Thus far, this column has examined guitar bands that are on the brink of breakout success, as well as the incredible flexibility of the guitar even just within the world of rock and roll. But the power of the guitar can be felt within much narrower pockets of society, namely in the music scenes of specific cities. And perhaps no city highlights the clout of the guitar more than Philadelphia.

On the eastern side of Pennsylvania, Philadelphia is famous largely for its rich American history, its greasy food and its namesake television program. But more recently, the city that is home to approximately 1.5 million people has become renowned for its exceptional music scene. The wealth of bands that have cropped out of this town--Radiator Hospital, CRUISR and even Kurt Vile or The War On Drugs--is truly staggering.

Out of the enormous group of Philly-based bands, however, these three seem to have the highest ceiling in the years to come.


Perhaps the most significant testament to the power and drive of the individuals behind NOTHING is that the band exists at all. Frontman Domenic Palermo had been a part of the hardcore group Horror Show in the late 1990s and early 2000s before a 2002 conviction for aggravated assault, to which he pleaded self-defense, earned him a two-year jail stint and five years of parole. Using his time off from music to reflect upon himself and revitalize his musical career, Palermo formed NOTHING in 2011. Working together with Brandon Setta, Kyle Kimball and Nick Bassett, Palermo and NOTHING have signed with metal label mainstay Relapse Records, in spite of the fact that NOTHING slants more toward shoegaze and noise. Their debut LP, Guilty Of Everything, was acclaimed by a litany of outlets and their upcoming follow-up, Tired Of Tomorrow, seems poised to become an early album of the year candidate. Their heartfelt brand of powerful music is sure to stir something deep within inside everyone.

Beach Slang

To put it simply, Beach Slang's debut LP, The Things We Do To Find People Who Feel Like Us, was one of 2015's best records. The earnest, sincere musings of James Alex and his band of middle-aged punkers feel like hymns for the outcast and downtrodden of the world. Tracks such as 'Bad Art & Weirdo Ideas' and 'Throwaways' feature soaring melodies and hooks coupled with poetic imagery that would surely touch the heart of any person who has ever felt "different." The music evokes The Replacements and Jawbreaker with warm reverence, all while making its own mark as powerfully evocative pop-punk. Although an outlier in terms of instrumentation, as it only features an acoustic guitar, cello and piano, the song 'Too Late To Die Young' is perhaps the group's defining track and one of the best songs of 2015. Their prior EPs from 2014, Who Would Ever Want Anything So Broken? and Cheap Thrills On A Dead End Street, are also extraordinary collections. A lot of bands can make pretty sounds, but few carry the same emotional weight as Beach Slang.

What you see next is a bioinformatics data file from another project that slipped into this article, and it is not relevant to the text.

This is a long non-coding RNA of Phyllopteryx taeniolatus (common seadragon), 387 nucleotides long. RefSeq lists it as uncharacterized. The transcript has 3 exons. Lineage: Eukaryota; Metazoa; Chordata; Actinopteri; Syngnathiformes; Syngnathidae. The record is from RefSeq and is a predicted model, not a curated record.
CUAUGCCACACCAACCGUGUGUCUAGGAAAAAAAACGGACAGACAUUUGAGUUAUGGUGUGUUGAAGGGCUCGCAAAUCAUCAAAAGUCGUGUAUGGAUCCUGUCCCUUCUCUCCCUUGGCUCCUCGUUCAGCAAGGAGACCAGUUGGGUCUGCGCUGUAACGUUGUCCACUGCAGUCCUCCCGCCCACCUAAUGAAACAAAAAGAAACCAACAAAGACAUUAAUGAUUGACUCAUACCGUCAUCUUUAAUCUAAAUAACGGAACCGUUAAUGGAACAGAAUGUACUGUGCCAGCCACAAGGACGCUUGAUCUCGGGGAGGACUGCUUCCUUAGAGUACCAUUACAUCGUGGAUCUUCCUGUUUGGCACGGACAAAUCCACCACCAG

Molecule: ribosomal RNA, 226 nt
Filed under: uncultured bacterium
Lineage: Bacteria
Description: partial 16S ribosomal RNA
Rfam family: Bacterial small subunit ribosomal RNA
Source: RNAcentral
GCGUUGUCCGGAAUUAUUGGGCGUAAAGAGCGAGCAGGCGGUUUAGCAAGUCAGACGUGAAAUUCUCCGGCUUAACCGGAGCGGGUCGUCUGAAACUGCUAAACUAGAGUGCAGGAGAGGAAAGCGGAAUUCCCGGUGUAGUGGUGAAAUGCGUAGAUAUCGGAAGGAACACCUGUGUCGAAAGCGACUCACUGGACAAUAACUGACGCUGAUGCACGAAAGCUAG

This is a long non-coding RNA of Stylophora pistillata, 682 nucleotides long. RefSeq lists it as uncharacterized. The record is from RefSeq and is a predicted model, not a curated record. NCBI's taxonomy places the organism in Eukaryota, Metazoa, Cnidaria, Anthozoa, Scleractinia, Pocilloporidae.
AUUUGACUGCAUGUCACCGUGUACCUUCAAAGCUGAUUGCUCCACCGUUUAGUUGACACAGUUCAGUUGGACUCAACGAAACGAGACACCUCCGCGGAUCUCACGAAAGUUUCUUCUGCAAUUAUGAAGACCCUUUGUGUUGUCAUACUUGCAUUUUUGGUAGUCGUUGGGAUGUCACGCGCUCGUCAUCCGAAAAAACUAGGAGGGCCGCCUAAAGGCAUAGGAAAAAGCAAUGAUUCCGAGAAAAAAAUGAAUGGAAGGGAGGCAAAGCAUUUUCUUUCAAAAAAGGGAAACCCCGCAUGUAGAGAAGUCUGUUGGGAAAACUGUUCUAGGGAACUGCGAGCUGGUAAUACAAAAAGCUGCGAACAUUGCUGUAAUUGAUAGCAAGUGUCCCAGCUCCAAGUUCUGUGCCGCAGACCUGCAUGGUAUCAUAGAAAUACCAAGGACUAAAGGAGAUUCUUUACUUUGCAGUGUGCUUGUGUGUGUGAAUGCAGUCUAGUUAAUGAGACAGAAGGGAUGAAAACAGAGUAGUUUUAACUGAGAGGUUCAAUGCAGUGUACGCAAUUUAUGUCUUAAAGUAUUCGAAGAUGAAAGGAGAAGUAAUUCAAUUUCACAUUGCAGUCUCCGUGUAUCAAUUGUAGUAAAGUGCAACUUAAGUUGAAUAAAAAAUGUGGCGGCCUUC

Modern Baseball

Modern Baseball originated, as so many bands do, as a collaboration amongst college friends. Formed at Drexel University, the group is comprised of high school friends and guitarists Brendan Lukens and Jake Ewald, as well as drummer Sean Huber and bassist Ian Farmer. Named for a book owned by Ewald's father, the group recorded their first album, 2012's Sports, at the studios on Drexel's campus. The success of that record earned them a deal with the superb Boston-based label Run For Cover. Their 2014 follow-up You're Gonna Miss It All proved to be one of the year's most celebrated records, with a litany of stellar tracks including 'Charlie Black' and 'Your Graduation.' Their penchant for catchy, moody songwriting, as well as the fact that all band members can and do sing gives them a unique voice in the music world. As such, their upcoming album Holy Ghost is one of the year's most hotly anticipated records. It feels as though the group is truly knocking on the door of mainstream success and, if anyone deserves it, it is the guys of Modern Baseball.